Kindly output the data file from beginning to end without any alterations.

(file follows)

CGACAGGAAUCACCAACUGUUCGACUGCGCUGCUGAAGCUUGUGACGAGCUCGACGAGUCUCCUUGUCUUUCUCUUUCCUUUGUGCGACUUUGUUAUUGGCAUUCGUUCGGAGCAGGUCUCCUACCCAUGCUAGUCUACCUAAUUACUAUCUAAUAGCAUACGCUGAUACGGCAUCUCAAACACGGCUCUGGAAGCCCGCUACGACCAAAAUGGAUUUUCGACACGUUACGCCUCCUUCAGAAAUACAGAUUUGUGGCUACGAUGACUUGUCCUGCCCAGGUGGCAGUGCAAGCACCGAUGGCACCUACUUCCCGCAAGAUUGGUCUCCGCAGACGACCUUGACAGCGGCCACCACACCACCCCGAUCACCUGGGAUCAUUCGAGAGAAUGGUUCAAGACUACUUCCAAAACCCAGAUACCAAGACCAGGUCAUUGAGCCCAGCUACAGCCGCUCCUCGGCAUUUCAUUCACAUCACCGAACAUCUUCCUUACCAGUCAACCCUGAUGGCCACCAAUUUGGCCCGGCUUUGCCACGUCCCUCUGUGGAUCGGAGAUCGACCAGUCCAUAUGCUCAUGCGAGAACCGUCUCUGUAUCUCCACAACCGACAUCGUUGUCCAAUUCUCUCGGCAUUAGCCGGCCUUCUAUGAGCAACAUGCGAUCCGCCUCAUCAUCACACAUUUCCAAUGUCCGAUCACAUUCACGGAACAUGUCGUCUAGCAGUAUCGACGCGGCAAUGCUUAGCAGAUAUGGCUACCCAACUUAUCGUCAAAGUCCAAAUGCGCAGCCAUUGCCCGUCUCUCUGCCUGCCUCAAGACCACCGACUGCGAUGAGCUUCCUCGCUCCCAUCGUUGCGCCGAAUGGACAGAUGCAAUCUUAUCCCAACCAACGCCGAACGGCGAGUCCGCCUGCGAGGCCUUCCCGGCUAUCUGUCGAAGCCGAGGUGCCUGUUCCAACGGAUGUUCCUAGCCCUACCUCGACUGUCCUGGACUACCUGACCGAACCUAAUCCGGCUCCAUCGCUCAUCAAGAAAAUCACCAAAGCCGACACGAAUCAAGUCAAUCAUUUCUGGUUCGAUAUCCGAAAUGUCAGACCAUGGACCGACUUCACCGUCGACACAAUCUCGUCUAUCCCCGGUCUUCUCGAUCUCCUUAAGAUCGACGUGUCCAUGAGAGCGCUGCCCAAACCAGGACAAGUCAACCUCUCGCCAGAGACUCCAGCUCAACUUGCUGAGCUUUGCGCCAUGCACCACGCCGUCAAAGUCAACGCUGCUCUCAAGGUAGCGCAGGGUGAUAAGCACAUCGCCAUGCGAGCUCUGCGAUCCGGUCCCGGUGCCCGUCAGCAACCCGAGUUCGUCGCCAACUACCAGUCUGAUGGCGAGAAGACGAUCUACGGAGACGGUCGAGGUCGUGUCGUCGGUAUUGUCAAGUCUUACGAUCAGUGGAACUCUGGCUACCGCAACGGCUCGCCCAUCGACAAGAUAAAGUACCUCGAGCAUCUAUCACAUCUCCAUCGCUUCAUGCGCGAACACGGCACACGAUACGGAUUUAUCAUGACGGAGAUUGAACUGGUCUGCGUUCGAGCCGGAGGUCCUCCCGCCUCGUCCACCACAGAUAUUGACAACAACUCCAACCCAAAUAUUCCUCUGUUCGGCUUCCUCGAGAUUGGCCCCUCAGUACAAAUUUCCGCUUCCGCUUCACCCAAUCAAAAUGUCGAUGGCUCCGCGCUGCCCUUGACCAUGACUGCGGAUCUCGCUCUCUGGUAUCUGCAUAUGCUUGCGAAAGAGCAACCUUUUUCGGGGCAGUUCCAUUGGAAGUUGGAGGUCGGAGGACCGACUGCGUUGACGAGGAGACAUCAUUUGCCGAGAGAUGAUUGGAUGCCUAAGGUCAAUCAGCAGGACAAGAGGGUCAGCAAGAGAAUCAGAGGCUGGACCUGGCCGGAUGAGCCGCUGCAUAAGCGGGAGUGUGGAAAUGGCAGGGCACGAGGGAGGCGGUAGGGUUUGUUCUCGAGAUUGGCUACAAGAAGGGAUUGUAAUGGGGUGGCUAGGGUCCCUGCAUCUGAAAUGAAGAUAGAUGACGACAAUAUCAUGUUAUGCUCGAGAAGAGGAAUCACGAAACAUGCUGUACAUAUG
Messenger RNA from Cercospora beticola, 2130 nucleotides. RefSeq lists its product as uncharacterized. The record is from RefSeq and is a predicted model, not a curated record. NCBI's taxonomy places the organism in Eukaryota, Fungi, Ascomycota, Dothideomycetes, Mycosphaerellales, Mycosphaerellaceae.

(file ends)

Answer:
CGACAGGAAUCACCAACUGUUCGACUGCGCUGCUGAAGCUUGUGACGAGCUCGACGAGUCUCCUUGUCUUUCUCUUUCCUUUGUGCGACUUUGUUAUUGGCAUUCGUUCGGAGCAGGUCUCCUACCCAUGCUAGUCUACCUAAUUACUAUCUAAUAGCAUACGCUGAUACGGCAUCUCAAACACGGCUCUGGAAGCCCGCUACGACCAAAAUGGAUUUUCGACACGUUACGCCUCCUUCAGAAAUACAGAUUUGUGGCUACGAUGACUUGUCCUGCCCAGGUGGCAGUGCAAGCACCGAUGGCACCUACUUCCCGCAAGAUUGGUCUCCGCAGACGACCUUGACAGCGGCCACCACACCACCCCGAUCACCUGGGAUCAUUCGAGAGAAUGGUUCAAGACUACUUCCAAAACCCAGAUACCAAGACCAGGUCAUUGAGCCCAGCUACAGCCGCUCCUCGGCAUUUCAUUCACAUCACCGAACAUCUUCCUUACCAGUCAACCCUGAUGGCCACCAAUUUGGCCCGGCUUUGCCACGUCCCUCUGUGGAUCGGAGAUCGACCAGUCCAUAUGCUCAUGCGAGAACCGUCUCUGUAUCUCCACAACCGACAUCGUUGUCCAAUUCUCUCGGCAUUAGCCGGCCUUCUAUGAGCAACAUGCGAUCCGCCUCAUCAUCACACAUUUCCAAUGUCCGAUCACAUUCACGGAACAUGUCGUCUAGCAGUAUCGACGCGGCAAUGCUUAGCAGAUAUGGCUACCCAACUUAUCGUCAAAGUCCAAAUGCGCAGCCAUUGCCCGUCUCUCUGCCUGCCUCAAGACCACCGACUGCGAUGAGCUUCCUCGCUCCCAUCGUUGCGCCGAAUGGACAGAUGCAAUCUUAUCCCAACCAACGCCGAACGGCGAGUCCGCCUGCGAGGCCUUCCCGGCUAUCUGUCGAAGCCGAGGUGCCUGUUCCAACGGAUGUUCCUAGCCCUACCUCGACUGUCCUGGACUACCUGACCGAACCUAAUCCGGCUCCAUCGCUCAUCAAGAAAAUCACCAAAGCCGACACGAAUCAAGUCAAUCAUUUCUGGUUCGAUAUCCGAAAUGUCAGACCAUGGACCGACUUCACCGUCGACACAAUCUCGUCUAUCCCCGGUCUUCUCGAUCUCCUUAAGAUCGACGUGUCCAUGAGAGCGCUGCCCAAACCAGGACAAGUCAACCUCUCGCCAGAGACUCCAGCUCAACUUGCUGAGCUUUGCGCCAUGCACCACGCCGUCAAAGUCAACGCUGCUCUCAAGGUAGCGCAGGGUGAUAAGCACAUCGCCAUGCGAGCUCUGCGAUCCGGUCCCGGUGCCCGUCAGCAACCCGAGUUCGUCGCCAACUACCAGUCUGAUGGCGAGAAGACGAUCUACGGAGACGGUCGAGGUCGUGUCGUCGGUAUUGUCAAGUCUUACGAUCAGUGGAACUCUGGCUACCGCAACGGCUCGCCCAUCGACAAGAUAAAGUACCUCGAGCAUCUAUCACAUCUCCAUCGCUUCAUGCGCGAACACGGCACACGAUACGGAUUUAUCAUGACGGAGAUUGAACUGGUCUGCGUUCGAGCCGGAGGUCCUCCCGCCUCGUCCACCACAGAUAUUGACAACAACUCCAACCCAAAUAUUCCUCUGUUCGGCUUCCUCGAGAUUGGCCCCUCAGUACAAAUUUCCGCUUCCGCUUCACCCAAUCAAAAUGUCGAUGGCUCCGCGCUGCCCUUGACCAUGACUGCGGAUCUCGCUCUCUGGUAUCUGCAUAUGCUUGCGAAAGAGCAACCUUUUUCGGGGCAGUUCCAUUGGAAGUUGGAGGUCGGAGGACCGACUGCGUUGACGAGGAGACAUCAUUUGCCGAGAGAUGAUUGGAUGCCUAAGGUCAAUCAGCAGGACAAGAGGGUCAGCAAGAGAAUCAGAGGCUGGACCUGGCCGGAUGAGCCGCUGCAUAAGCGGGAGUGUGGAAAUGGCAGGGCACGAGGGAGGCGGUAGGGUUUGUUCUCGAGAUUGGCUACAAGAAGGGAUUGUAAUGGGGUGGCUAGGGUCCCUGCAUCUGAAAUGAAGAUAGAUGACGACAAUAUCAUGUUAUGCUCGAGAAGAGGAAUCACGAAACAUGCUGUACAUAUG
Messenger RNA from Cercospora beticola, 2130 nucleotides. RefSeq lists its product as uncharacterized. The record is from RefSeq and is a predicted model, not a curated record. NCBI's taxonomy places the organism in Eukaryota, Fungi, Ascomycota, Dothideomycetes, Mycosphaerellales, Mycosphaerellaceae.